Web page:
4.     Though correct belief in Satan is not really essential to being a true Christian, the Jehovah’s Witnesses do hold some views that truly differ from the pale of orthodox Christianity.  While there is much agreement that Satan is a fallen angel, a liar, and a tempter of humans to disobey God, there is a fundamental disagreement as to his real purpose on our planet.  The Watchtower’s conception of the matter is that Satan challenged God’s authority to be able to create a race of people who would obey Him.  The very purpose of our redemption then is to follow God and prove Satan wrong.  The general teaching of the Bible seems to paint a different picture.  Satan is a person whom God has judged for his sinful pride and will be punished.  His involvement with humanity was because he knew we had the faculty of choice and that God dearly loves us.  If Satan could tempt us to become sinners, then it would postpone indefinitely his punishment until the plan of redemption is complete.  While this might sound a bit nuanced it does make a difference in walking with God.  A redeemed person is not proving anything to Satan; he is merely becoming a spiritually mature human as God intended for him in the first place.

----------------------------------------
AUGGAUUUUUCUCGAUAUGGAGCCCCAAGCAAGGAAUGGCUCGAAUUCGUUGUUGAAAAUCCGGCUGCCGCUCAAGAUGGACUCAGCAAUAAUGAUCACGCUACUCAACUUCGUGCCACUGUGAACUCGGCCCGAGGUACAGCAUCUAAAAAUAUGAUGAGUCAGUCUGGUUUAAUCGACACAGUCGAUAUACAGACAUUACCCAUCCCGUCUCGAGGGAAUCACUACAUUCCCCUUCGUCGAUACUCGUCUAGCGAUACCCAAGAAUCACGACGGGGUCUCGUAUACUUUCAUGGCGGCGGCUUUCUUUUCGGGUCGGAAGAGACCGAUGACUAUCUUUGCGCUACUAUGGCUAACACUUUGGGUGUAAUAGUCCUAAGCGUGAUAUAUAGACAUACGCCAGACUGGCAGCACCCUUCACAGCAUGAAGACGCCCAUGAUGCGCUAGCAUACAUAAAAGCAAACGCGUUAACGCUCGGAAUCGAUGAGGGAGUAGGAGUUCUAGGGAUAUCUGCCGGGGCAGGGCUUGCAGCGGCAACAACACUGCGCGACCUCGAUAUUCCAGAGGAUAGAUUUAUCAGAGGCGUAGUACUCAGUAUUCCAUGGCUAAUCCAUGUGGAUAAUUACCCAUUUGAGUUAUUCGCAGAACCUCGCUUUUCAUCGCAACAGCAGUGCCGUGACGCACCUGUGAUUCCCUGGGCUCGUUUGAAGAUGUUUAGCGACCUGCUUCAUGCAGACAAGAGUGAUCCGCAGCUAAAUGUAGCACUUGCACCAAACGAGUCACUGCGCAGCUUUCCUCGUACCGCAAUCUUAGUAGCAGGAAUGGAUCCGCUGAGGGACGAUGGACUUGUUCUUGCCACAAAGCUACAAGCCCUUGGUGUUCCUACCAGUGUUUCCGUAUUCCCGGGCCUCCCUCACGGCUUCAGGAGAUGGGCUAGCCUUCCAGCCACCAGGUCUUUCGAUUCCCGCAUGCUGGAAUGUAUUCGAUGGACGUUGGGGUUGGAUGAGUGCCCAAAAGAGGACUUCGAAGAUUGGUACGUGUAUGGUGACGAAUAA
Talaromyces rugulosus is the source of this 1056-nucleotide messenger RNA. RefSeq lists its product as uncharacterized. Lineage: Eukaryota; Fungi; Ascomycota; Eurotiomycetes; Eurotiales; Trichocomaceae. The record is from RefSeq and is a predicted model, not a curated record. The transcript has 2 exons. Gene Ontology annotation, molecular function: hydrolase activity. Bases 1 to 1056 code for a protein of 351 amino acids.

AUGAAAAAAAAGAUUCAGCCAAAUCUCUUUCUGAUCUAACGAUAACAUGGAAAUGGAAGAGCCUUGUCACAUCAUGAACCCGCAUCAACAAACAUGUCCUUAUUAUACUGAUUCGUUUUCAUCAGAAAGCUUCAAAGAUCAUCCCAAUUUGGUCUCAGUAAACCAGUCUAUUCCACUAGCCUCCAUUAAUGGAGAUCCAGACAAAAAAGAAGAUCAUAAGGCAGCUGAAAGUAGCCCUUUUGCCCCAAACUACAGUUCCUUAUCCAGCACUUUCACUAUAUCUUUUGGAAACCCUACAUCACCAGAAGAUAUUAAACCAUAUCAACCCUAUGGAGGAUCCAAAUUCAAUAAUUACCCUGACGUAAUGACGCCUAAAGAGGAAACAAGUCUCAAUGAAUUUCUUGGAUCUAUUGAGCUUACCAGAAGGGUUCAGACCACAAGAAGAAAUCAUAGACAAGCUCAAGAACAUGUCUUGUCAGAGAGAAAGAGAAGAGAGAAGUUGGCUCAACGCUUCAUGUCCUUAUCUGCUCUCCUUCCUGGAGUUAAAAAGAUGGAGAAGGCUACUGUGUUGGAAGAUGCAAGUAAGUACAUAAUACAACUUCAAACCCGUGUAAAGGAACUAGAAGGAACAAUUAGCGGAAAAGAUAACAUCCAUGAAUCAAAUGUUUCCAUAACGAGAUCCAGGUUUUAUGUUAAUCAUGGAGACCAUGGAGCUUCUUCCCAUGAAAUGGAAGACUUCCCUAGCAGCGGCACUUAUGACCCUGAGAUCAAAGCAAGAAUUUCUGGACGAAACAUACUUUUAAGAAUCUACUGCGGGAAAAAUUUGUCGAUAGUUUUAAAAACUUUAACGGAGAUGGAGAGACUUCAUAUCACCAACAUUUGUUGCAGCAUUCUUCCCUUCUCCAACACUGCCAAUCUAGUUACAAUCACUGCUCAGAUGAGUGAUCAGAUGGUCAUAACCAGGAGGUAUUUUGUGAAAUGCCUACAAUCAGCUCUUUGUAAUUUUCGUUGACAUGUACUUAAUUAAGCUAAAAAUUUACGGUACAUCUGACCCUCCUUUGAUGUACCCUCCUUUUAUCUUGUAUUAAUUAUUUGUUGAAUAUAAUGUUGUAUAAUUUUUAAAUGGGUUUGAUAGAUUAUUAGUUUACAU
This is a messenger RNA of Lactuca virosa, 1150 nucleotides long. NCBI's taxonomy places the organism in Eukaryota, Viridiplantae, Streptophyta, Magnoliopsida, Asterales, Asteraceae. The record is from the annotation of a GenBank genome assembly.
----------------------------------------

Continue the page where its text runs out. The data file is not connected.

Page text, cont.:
5.     According to Watchtower teaching, Jesus was given the authority over the Kingdom of God in 1914.   This was something He was promised because of His sinless life and obedience but did not realize until this recent date.  Furthermore, the Jehovah’s Witnesses consider the events that followed 1914 to be confirming signs that Jesus gave in Matthew 24 that signaled the end of the age preceding His second coming.  According to the Gospels, Jesus already considered Himself a king and that His kingdom was not of this earth.  In fact many of His teachings were with regards to what this existing kingdom was like.  The kingdom of God exists in heaven and in the hearts of those who follow Christ now.  In the future  (a real fixed date that Jesus said was not disclosed to Him to share with us) this kingdom will be realized in earth time and space.  It is curious that the Watchtower selected 1914 as the dividing line of the end times.  Based on historic evidence, the 20th century has not been the worst of times.  There have been low points in every century as bad as this one.  This is not to suggest that we are not in the final days (indeed every day that passes brings us closer!), but rather that what Jesus shares in Matthew 24 about the end of time should be interpreted as general statements of what the world’s condition will be when time ends.